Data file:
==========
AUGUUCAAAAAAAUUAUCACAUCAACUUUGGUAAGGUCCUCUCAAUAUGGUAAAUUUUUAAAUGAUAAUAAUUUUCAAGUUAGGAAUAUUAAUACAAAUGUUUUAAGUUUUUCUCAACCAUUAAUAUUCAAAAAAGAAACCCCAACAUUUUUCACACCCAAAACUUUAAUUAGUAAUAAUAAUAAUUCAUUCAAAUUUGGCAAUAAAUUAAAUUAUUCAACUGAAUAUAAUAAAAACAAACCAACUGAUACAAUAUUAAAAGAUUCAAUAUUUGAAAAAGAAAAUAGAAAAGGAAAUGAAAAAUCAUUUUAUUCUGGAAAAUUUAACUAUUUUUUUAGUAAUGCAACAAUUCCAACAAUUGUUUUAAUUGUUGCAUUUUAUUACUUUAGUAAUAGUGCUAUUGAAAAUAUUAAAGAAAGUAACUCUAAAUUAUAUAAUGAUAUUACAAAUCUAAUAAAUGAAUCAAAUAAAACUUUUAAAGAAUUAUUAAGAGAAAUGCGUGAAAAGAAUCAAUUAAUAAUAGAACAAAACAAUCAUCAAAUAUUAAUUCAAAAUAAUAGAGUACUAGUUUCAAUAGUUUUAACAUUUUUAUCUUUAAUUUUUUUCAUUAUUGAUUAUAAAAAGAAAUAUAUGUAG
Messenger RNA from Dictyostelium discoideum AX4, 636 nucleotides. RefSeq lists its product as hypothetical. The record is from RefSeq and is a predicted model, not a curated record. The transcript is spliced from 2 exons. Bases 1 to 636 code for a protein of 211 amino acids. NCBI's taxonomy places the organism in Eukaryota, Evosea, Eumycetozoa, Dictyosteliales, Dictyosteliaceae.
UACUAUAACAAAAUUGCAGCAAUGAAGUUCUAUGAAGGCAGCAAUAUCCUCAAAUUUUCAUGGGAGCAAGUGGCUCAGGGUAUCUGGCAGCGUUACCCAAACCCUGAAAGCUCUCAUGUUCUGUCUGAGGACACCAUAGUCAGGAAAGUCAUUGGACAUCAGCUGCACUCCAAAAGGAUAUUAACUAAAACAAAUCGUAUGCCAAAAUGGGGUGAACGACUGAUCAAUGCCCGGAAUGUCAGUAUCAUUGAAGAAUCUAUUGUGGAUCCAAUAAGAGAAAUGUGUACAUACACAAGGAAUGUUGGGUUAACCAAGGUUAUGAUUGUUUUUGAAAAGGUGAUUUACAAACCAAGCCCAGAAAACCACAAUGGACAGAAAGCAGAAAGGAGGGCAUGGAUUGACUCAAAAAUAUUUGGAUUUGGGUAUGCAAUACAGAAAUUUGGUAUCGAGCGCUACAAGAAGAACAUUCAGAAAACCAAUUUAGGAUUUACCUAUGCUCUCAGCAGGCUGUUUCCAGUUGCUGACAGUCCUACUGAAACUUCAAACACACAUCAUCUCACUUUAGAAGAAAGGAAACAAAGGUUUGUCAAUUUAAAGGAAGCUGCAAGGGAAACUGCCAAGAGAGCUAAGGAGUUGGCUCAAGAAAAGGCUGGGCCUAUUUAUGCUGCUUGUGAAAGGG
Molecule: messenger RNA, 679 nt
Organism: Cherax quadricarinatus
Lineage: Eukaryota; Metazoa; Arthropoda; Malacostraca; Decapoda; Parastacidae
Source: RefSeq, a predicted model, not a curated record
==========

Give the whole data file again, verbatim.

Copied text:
AUGUUCAAAAAAAUUAUCACAUCAACUUUGGUAAGGUCCUCUCAAUAUGGUAAAUUUUUAAAUGAUAAUAAUUUUCAAGUUAGGAAUAUUAAUACAAAUGUUUUAAGUUUUUCUCAACCAUUAAUAUUCAAAAAAGAAACCCCAACAUUUUUCACACCCAAAACUUUAAUUAGUAAUAAUAAUAAUUCAUUCAAAUUUGGCAAUAAAUUAAAUUAUUCAACUGAAUAUAAUAAAAACAAACCAACUGAUACAAUAUUAAAAGAUUCAAUAUUUGAAAAAGAAAAUAGAAAAGGAAAUGAAAAAUCAUUUUAUUCUGGAAAAUUUAACUAUUUUUUUAGUAAUGCAACAAUUCCAACAAUUGUUUUAAUUGUUGCAUUUUAUUACUUUAGUAAUAGUGCUAUUGAAAAUAUUAAAGAAAGUAACUCUAAAUUAUAUAAUGAUAUUACAAAUCUAAUAAAUGAAUCAAAUAAAACUUUUAAAGAAUUAUUAAGAGAAAUGCGUGAAAAGAAUCAAUUAAUAAUAGAACAAAACAAUCAUCAAAUAUUAAUUCAAAAUAAUAGAGUACUAGUUUCAAUAGUUUUAACAUUUUUAUCUUUAAUUUUUUUCAUUAUUGAUUAUAAAAAGAAAUAUAUGUAG
Messenger RNA from Dictyostelium discoideum AX4, 636 nucleotides. RefSeq lists its product as hypothetical. The record is from RefSeq and is a predicted model, not a curated record. The transcript is spliced from 2 exons. Bases 1 to 636 code for a protein of 211 amino acids. NCBI's taxonomy places the organism in Eukaryota, Evosea, Eumycetozoa, Dictyosteliales, Dictyosteliaceae.
UACUAUAACAAAAUUGCAGCAAUGAAGUUCUAUGAAGGCAGCAAUAUCCUCAAAUUUUCAUGGGAGCAAGUGGCUCAGGGUAUCUGGCAGCGUUACCCAAACCCUGAAAGCUCUCAUGUUCUGUCUGAGGACACCAUAGUCAGGAAAGUCAUUGGACAUCAGCUGCACUCCAAAAGGAUAUUAACUAAAACAAAUCGUAUGCCAAAAUGGGGUGAACGACUGAUCAAUGCCCGGAAUGUCAGUAUCAUUGAAGAAUCUAUUGUGGAUCCAAUAAGAGAAAUGUGUACAUACACAAGGAAUGUUGGGUUAACCAAGGUUAUGAUUGUUUUUGAAAAGGUGAUUUACAAACCAAGCCCAGAAAACCACAAUGGACAGAAAGCAGAAAGGAGGGCAUGGAUUGACUCAAAAAUAUUUGGAUUUGGGUAUGCAAUACAGAAAUUUGGUAUCGAGCGCUACAAGAAGAACAUUCAGAAAACCAAUUUAGGAUUUACCUAUGCUCUCAGCAGGCUGUUUCCAGUUGCUGACAGUCCUACUGAAACUUCAAACACACAUCAUCUCACUUUAGAAGAAAGGAAACAAAGGUUUGUCAAUUUAAAGGAAGCUGCAAGGGAAACUGCCAAGAGAGCUAAGGAGUUGGCUCAAGAAAAGGCUGGGCCUAUUUAUGCUGCUUGUGAAAGGG
Molecule: messenger RNA, 679 nt
Organism: Cherax quadricarinatus
Lineage: Eukaryota; Metazoa; Arthropoda; Malacostraca; Decapoda; Parastacidae
Source: RefSeq, a predicted model, not a curated record